The subdivision which the Israeli surveillance and control apparatuses identified as a 'natural category', through which surveillance could be exercised, is the locality. It is a spatially defined unit, fairly manageable, and despite plausible differences among the inhabitants, it is bound by common interests and local institutions. Through their financing of the local authorities, which were used as a subsidiary arm for surveillance and political control, the Palestinians became participants in their own subjection to political control. One issue of grave concern to the Arabists was the changes in the Palestinian society, particularly the generational change. Kafr Yassif was an unusual case among Arab villages in one major respect. It was the only village with an elected local authority which continued to exist after the establishment of the State of Israel.
Widely regarded as expert in techniques of surveillance and political control, Israel has been successful in controlling a native population for a long time. Despite tremendous challenges, it has maintained a tight grip over a large Palestinian population in the territories it occupied in the 1967 war. Moreover, it has effectively contained the Palestinian minority inside its 1948 borders. This book discusses the foundation of an Israeli discourse about the Palestinian minority, which Israeli leaders called birour or clarification, and the circumstances of its emergence and crystallization. It talks about the policy of constructing the Palestinians both as non-Jews and as an assortment of insular minorities. The fate of this minority was not only an Israeli internal affair but also an issue of concern to the international community. An analysis of the legal and institutional frameworks, and the role of state power in categorizing the Palestinians, follows. The book also analyses the ways state control and surveillance were implemented at the level of the locality. The book highlights the way state educational policy not just fostered the segmentation described earlier but promoted among students and educators. It then takes up the question of political rights and their meaning under the rule of Military Government. It concludes with personal reflections on the thousands of minutes, protocols, reports, plans and personal messages.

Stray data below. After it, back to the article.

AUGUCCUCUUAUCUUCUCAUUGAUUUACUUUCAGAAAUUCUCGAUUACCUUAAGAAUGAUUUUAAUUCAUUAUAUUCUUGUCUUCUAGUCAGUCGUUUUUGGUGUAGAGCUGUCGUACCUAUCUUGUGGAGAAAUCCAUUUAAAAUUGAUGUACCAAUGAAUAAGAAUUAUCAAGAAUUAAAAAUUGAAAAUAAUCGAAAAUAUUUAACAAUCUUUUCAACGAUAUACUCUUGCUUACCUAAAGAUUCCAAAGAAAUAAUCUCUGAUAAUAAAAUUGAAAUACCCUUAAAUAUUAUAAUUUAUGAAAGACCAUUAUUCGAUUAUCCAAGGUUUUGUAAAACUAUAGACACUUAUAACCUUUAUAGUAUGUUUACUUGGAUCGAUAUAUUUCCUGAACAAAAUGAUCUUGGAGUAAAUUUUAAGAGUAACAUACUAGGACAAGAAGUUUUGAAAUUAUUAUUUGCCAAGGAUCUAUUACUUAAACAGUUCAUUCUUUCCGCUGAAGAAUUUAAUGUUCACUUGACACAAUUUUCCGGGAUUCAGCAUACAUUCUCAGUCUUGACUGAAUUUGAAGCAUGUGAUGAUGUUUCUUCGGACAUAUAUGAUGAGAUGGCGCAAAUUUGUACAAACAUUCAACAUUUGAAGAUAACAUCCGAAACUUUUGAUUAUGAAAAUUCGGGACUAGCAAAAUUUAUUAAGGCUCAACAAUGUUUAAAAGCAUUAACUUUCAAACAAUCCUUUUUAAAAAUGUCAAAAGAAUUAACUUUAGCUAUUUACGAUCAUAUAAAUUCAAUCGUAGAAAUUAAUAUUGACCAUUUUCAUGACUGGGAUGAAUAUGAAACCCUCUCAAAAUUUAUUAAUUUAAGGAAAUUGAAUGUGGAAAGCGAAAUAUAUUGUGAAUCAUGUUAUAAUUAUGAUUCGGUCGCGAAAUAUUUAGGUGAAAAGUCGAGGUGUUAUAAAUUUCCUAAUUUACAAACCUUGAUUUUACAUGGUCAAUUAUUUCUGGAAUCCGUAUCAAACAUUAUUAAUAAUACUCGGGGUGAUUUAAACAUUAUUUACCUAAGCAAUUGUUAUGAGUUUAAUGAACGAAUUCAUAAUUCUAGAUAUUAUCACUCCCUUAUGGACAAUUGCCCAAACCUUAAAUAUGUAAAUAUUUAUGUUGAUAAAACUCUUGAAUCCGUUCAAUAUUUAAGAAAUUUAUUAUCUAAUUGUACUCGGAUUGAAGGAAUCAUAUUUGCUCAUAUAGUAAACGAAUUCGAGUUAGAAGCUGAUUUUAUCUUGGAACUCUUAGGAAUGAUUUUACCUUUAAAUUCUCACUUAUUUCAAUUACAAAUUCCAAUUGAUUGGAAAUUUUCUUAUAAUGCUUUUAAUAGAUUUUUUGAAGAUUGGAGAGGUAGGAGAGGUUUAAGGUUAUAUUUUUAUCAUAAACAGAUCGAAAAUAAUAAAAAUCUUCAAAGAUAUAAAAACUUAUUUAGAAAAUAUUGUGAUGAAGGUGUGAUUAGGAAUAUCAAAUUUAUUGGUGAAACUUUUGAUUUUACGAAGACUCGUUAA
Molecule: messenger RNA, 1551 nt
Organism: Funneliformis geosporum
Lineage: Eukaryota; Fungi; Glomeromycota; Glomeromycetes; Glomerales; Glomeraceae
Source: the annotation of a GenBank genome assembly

Chapter three examines British narratives of the rebel in Libya during the conflict in 2011. It begins by outlining the interconnectedness of rebellion, revolution and romance. Referring to cultural narratives found in the works by poets such Byron and Shelley it shows how much of romanticism is rebellious and revolutionary and how rebels and revolutions are frequently romantic. The chapter emphasises the ambiguous nature of the rebel story by turning to the portrayal of the orientalist and romantic Arab in pop-cultural representations including the film Lawrence of Arabia and focusing on the narrative element of setting, characterization and emplotment. Part three of the chapter then engages with the media narrative of the rebel in the Libyan conflict found in British newspapers and the political elite. Employing the method of narrative analysis it shows a predominantly romantic story of the rebel in Libya in which one encounters an emotional setting, unprofessional, brave and young rebels emplotted to be fighting for the ideal of freedom and democracy in an asymmetrical conflict against an brutal and unjust Gaddafi. The final part of the chapter examines marginalised narratives which depict human rights violations by rebels and a linkage between rebels and al Qaeda terrorists.
The conclusion briefly summarises the main arguments of the book before turning to alternative reasons for the dominance and marginality of certain (romantic) narratives. Here the chapter tentatively explores the narrator based, story based and audience based approaches to explaining and understanding the dominance particular narratives over others. Finally the chapter reflects on how narratives may be useful in the analysis of other political phenomena outside of the romantic story genre including genres of tragedy and failure.
Chapter two analyses German narratives of the pirate in Somalia. It sets off by tracing the romantic stories about pirates from the early eighteenth century and the golden age of piracy to current history writing on piracy. The chapter goes on to show that these early romantic elements persist into Byron’s The Corsair, Robert Louis Stevenson’s Treasure Island and the film Pirates of the Caribbean. The following section goes on to show that this dominant western popular image of the romantic pirate, visible also in public opinion, persists in the media reporting on contemporary piracy in the German news media. Employing the method of narrative analysis the chapter re-tells a romantic story of the pirate in Somalia set in an exotic location, and revolving around brave pirates who are forced into piracy not out of their free will but due to circumstances beyond their control such as illegal fishing or the dumping of toxic waste by more powerful western companies. The next part turns to alternative stories which try and tell a highly negative story which link piracy and terrorism. Part four then illustrates the marginalization of this story despite the potential truthfulness and the persistence of the romantic story.